EU Must Reform For Jobs And Growth - Cameron
David Cameron has called fellow European leaders and urged them to "seize the opportunity" for reform on jobs and growth following the European elections.
In a series of phone calls the Prime Minister urged them to "heed the views expressed at the ballot box" over recent days.
His intervention came ahead of today's Informal European Council dinner in Brussels, where leaders are expected to discuss the results of the European poll.
Many European leaders, including Mr Cameron and Denmark's Helle Thorning-Schmidt, saw their support fall away to anti-immigration parties such as UKIP.
German Chancellor Angela Merkel also lost votes to Alternative For Germany, a party opposed to the euro.
Mr Cameron told leaders, including Ms Merkel and Sweden's Prime Minister Fredrik Reinfeldt, that the results of the poll underlined the need for reform, in particular on job creation and economic growth.
"The PM has been making the point in these conversations that leaders should seize the opportunity of Tuesday's dinner to heed the views expressed at the ballot box," said Downing Street.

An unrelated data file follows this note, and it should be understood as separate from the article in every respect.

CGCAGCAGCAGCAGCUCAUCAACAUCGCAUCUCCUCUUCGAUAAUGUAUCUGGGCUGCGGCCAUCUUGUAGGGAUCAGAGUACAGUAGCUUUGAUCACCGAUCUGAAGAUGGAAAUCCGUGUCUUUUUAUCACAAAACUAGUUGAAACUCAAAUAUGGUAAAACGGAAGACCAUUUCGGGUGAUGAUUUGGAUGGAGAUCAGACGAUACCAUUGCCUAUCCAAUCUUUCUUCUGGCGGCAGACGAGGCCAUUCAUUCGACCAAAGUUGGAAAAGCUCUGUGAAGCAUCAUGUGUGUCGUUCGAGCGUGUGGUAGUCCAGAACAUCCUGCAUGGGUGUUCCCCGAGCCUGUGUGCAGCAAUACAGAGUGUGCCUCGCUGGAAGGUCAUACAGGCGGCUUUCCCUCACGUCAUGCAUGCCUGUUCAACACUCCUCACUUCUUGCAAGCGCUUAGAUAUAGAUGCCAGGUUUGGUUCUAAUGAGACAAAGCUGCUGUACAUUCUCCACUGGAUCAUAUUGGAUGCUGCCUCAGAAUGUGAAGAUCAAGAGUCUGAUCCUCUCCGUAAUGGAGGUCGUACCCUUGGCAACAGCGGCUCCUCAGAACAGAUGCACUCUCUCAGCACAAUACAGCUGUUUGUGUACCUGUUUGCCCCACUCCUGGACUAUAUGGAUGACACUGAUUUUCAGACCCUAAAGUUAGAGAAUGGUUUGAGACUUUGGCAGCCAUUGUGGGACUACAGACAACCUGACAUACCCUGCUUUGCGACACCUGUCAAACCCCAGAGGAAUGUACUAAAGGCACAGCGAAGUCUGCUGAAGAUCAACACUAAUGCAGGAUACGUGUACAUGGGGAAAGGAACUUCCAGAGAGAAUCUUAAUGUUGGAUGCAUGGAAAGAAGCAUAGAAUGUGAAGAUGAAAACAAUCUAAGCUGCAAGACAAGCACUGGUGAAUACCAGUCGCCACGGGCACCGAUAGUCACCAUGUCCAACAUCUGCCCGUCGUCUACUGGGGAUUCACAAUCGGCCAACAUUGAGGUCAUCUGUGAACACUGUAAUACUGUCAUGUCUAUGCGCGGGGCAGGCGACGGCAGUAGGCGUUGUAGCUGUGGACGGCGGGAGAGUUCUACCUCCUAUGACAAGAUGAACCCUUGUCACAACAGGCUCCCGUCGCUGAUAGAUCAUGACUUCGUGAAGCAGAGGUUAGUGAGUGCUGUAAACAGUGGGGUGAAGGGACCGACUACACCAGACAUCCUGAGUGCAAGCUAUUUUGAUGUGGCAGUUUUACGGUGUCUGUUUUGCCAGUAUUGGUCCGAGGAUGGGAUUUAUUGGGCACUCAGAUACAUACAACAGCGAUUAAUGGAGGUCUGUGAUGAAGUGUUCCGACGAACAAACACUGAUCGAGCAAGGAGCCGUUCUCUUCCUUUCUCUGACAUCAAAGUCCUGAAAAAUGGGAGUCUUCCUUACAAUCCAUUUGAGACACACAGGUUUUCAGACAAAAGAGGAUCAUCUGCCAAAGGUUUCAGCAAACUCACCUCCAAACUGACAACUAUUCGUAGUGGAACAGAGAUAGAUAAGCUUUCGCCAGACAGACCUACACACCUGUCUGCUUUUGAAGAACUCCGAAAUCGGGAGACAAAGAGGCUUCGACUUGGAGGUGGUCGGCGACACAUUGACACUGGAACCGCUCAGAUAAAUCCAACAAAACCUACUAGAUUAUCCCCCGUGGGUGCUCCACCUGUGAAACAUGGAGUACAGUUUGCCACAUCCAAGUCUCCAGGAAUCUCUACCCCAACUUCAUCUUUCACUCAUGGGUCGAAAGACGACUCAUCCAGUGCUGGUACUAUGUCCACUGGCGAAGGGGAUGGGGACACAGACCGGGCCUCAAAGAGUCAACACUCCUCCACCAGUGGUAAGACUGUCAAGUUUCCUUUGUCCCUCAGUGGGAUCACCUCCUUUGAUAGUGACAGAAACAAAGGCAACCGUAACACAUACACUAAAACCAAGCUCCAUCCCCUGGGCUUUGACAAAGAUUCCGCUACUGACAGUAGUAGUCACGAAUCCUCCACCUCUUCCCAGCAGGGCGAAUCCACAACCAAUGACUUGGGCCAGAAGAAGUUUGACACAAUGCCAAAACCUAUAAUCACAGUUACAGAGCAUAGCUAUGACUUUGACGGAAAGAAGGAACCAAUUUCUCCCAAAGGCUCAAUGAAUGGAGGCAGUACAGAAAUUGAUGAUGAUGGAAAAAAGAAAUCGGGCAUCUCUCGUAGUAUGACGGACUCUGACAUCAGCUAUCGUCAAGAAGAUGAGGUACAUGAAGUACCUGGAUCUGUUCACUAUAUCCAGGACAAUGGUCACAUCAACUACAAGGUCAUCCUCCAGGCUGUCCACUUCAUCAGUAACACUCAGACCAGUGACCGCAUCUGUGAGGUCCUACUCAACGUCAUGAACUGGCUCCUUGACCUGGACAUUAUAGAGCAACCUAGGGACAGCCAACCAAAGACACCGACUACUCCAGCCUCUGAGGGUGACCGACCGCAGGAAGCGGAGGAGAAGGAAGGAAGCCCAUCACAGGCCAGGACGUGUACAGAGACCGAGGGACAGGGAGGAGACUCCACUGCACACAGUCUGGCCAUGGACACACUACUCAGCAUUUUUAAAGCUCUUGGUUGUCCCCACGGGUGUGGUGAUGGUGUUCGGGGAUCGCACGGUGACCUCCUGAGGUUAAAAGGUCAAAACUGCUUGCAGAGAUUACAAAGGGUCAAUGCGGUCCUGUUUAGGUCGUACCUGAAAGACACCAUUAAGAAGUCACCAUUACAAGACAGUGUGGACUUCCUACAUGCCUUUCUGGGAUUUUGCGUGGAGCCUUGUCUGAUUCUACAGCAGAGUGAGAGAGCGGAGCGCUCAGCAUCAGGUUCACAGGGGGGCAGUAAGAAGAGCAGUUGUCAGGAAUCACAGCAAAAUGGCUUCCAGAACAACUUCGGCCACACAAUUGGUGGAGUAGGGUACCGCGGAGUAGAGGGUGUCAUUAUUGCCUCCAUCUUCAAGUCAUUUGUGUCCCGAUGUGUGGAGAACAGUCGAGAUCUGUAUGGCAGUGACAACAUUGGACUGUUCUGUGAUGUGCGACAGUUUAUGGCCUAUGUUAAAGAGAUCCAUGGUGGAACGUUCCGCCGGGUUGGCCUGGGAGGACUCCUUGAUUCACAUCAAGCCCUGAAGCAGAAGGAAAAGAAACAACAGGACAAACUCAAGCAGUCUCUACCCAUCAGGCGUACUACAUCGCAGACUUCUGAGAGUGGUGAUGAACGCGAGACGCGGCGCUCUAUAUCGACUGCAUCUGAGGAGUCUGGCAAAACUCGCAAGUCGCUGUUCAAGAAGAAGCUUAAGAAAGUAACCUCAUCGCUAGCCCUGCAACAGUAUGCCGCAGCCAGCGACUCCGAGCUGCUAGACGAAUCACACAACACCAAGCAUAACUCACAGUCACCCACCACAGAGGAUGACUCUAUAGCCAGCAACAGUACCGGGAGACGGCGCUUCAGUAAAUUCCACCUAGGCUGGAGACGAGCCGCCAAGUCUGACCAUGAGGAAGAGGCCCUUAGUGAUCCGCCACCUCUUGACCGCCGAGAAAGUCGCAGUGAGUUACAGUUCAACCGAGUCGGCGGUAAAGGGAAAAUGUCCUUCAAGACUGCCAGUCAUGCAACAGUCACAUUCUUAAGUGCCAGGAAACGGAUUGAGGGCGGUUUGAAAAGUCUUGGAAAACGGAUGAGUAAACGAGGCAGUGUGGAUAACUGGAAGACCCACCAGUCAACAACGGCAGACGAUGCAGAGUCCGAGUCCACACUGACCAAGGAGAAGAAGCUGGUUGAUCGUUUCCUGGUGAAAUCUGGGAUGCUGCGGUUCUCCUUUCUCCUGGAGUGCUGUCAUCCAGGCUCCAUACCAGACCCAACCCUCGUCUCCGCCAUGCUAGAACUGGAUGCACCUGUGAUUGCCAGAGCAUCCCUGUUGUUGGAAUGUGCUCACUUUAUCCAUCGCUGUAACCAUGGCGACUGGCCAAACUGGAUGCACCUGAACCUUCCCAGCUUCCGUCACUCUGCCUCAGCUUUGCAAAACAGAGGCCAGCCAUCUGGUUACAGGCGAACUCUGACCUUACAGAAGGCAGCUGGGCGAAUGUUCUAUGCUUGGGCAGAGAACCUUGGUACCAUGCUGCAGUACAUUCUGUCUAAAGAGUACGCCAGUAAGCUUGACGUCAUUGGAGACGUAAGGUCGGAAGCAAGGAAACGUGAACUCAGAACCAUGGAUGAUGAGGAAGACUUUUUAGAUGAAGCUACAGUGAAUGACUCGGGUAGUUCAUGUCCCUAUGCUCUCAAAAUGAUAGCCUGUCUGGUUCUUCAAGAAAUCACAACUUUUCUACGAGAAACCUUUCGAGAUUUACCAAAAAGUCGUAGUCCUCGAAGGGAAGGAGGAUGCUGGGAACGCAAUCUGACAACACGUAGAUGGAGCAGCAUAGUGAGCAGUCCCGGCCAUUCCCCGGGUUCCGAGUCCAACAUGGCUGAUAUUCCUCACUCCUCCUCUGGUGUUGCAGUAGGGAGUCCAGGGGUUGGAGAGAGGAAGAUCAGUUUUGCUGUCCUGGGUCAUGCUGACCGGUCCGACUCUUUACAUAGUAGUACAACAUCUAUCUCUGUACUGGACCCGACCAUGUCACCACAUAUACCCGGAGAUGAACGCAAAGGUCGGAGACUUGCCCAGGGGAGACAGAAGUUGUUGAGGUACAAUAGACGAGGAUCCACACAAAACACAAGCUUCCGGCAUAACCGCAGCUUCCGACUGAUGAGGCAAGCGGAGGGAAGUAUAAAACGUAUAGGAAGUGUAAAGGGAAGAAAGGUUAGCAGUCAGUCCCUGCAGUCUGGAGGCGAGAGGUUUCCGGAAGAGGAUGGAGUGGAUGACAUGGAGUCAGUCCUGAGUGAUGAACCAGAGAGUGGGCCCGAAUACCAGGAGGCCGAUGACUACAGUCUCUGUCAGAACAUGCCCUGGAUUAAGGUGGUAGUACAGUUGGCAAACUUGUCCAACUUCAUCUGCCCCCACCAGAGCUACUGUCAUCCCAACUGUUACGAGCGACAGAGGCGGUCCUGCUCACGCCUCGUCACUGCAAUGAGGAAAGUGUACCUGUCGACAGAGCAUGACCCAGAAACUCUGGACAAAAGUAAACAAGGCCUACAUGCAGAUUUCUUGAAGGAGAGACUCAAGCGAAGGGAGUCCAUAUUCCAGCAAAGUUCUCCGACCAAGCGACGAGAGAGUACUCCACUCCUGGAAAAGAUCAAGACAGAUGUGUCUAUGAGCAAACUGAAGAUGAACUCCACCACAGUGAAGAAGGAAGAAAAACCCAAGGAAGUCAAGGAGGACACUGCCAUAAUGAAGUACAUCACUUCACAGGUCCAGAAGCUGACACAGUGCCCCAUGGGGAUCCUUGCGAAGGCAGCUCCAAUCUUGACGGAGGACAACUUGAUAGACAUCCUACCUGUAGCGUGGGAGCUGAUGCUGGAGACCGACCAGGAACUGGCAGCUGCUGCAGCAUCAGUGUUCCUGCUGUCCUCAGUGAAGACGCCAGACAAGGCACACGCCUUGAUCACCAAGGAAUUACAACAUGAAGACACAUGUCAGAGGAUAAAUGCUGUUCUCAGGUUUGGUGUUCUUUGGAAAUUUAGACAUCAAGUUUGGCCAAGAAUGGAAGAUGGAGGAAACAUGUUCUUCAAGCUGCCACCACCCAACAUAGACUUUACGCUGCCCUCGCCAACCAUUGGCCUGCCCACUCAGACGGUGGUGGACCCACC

"The turnout and results in the EP elections have underlined the need for reform to ensure that the EU is doing more to deliver what voters care about: jobs, growth and a better future."
A senior diplomat said the informal dinner will look at the EU Council's priorities over the next five years, and discuss the likely impact of the confusing mosaic of political interests elected to the chamber.
The diplomat said no names for a potential president of the Commission would be discussed, and that the process of picking a successor to Jose Manuel Barroso could take weeks, not days.
The leaders might use the dinner to slim down the Council's "to do" list, in order to concentrate on encouraging growth and employment, so restoring faith in the institutions of the European Union.
Parties which campaign against the European Union, or its current structure and priorities, doubled their representation in the parliament with a humiliation for the French President Francois Hollande.
Mr Hollande's Socialist Party secured nearly half as much support as the right-wing Front National.
He has signalled his intention to press ahead with reforms in France, while also pushing for the EU to prioritise growth and jobs.
"I am a European, it is my duty to reform France and re-focus Europe," he said in a message broadcast on French television.
The EU Council is also expected to discuss developments in Ukraine, where presidential elections were held at the weekend.